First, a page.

At an office building near the train yards, Stromwell produces fake documents for Batman to sift through as he cocks a rifle and prepares to end their confrontation quickly. Thorne’s people show up on the scene and see them in the window of the office. The send a tear gas canister through the window and storm the building, but ofcourse Batman makes quick work of the gun toting villains.
During the commotion, Stromwell escapes wandering outside of the building down a tunnel to escape Thorne’s men. Inside the tunnel he encounters the priest reaching out his hand telling him he can’t run anymore and its time to come home.
Fleeing the helping hand, Stromwell runs down the tracks to see ghosts of the past. Again, he relives the scene being trapped on the tracks and jumps to another track, but this time we see the conclusion. Arnold’s brother Michael jumps to save Stromwell and pushes him to safety, but is run over by the train in front of Arnie.
Stromwell falls to his knees crying out his brother’s name, battered and emotionally beaten from the night’s events. As he cries out the priest comes up behind, laying a hand on his shoulder and reminds him that he’s right there with him, revealing that the priest is actually his younger brother who survived the incident. Michael says he’s there to help him, but even then, Stromwell pulls away retorting he doesn’t need his help.
Michael reminds him of his lot in life, crumbling empire, a failed marriage, and a lost son. Stromwell insists for Michael not to come near him, that last time he helped it cost him his leg. He weeps that Mike knew he was no good and begs why did he save him. Michael simply states, “What was I supposed to do?” He tells Arnold now he has a chance to save himself and to do it for his son and his little brother.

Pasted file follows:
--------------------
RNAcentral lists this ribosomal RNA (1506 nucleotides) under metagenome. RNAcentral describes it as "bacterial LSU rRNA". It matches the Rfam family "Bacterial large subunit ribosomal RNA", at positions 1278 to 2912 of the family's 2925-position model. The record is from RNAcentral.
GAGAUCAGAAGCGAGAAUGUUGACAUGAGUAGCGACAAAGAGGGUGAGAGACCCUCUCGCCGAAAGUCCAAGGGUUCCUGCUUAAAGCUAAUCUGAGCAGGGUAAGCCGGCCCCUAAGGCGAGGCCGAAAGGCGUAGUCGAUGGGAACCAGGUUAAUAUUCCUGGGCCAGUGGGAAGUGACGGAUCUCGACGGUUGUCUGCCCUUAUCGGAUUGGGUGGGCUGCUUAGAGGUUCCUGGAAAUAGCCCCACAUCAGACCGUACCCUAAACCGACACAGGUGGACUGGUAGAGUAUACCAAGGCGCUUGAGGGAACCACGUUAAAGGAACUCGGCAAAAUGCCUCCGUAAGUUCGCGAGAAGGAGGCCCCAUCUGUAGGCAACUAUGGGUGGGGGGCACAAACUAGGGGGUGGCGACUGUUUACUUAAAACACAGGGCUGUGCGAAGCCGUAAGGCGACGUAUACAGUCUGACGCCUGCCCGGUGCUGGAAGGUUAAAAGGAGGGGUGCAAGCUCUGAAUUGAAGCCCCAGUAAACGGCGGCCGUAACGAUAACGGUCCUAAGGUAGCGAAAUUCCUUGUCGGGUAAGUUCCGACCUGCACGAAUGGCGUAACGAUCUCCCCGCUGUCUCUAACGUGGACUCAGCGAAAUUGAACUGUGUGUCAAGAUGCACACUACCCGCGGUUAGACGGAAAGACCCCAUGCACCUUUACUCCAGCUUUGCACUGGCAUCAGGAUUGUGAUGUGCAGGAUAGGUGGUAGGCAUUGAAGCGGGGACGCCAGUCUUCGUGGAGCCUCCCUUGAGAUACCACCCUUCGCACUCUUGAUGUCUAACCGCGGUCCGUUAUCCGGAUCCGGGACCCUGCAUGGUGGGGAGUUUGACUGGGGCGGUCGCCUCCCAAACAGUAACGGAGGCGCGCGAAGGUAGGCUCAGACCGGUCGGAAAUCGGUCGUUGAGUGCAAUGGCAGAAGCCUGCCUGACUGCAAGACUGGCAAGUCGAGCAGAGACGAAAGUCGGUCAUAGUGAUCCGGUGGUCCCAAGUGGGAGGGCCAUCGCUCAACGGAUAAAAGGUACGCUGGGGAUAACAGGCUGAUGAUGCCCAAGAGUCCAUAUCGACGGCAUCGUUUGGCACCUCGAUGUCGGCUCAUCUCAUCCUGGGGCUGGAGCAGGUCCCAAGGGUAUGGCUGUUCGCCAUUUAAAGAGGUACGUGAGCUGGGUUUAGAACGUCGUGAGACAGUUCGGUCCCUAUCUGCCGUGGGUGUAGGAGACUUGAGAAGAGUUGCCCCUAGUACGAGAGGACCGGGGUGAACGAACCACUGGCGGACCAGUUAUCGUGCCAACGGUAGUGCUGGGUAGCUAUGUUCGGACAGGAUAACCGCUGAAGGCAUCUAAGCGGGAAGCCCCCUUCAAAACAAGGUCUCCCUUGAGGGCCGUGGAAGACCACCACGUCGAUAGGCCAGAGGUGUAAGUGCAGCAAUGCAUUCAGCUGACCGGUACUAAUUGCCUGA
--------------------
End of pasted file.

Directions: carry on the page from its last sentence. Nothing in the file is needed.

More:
The episode closes out as police pull up to the scene and the camera pans above head to Batman overlooking the scene and Arnold requesting to give Commissioner Gordan a statement. The ending shot features a cathedral in the distance as a church bell chimes.
The concepts of this episode are on the extreme side, but what’s probably most troubling is how children can form connections to these concepts. I had a little brother named Michael and every time we came to train tracks I always thought about the scene where Arnold’s brother is struck by the train. In a weird way, as kids, we tend to overthink things and this episode probably kept me on a straight path most of my life out of fear of ending up in a similar situation to Stromwell. The story at its core is one about repenting, with the religious tones throughout, and as the title states, it’s never too late.
The emotional turmoil seen on Stromwell’s face as he faces his sins and ghosts of his past means more than just a drug dealer realizing the folly of his ways on a children’s cartoon show. Now as adults going back to rewatch the series or to sit with our children the first time they watch it, what are we supposed to take away? This is a universal message to everyone, not just crime bosses, but anyone who feels like they can’t come to terms with what haunts them-a broken promise, hurt feelings over an argument, or even just time away from loved ones.
What Are Your Thoughts?
Let us know in the comments what you think about Batman The Animated Series. What’s a good age to introduce it to children? Are some of the episodes a little intense? How about the moments from the show that stuck with you?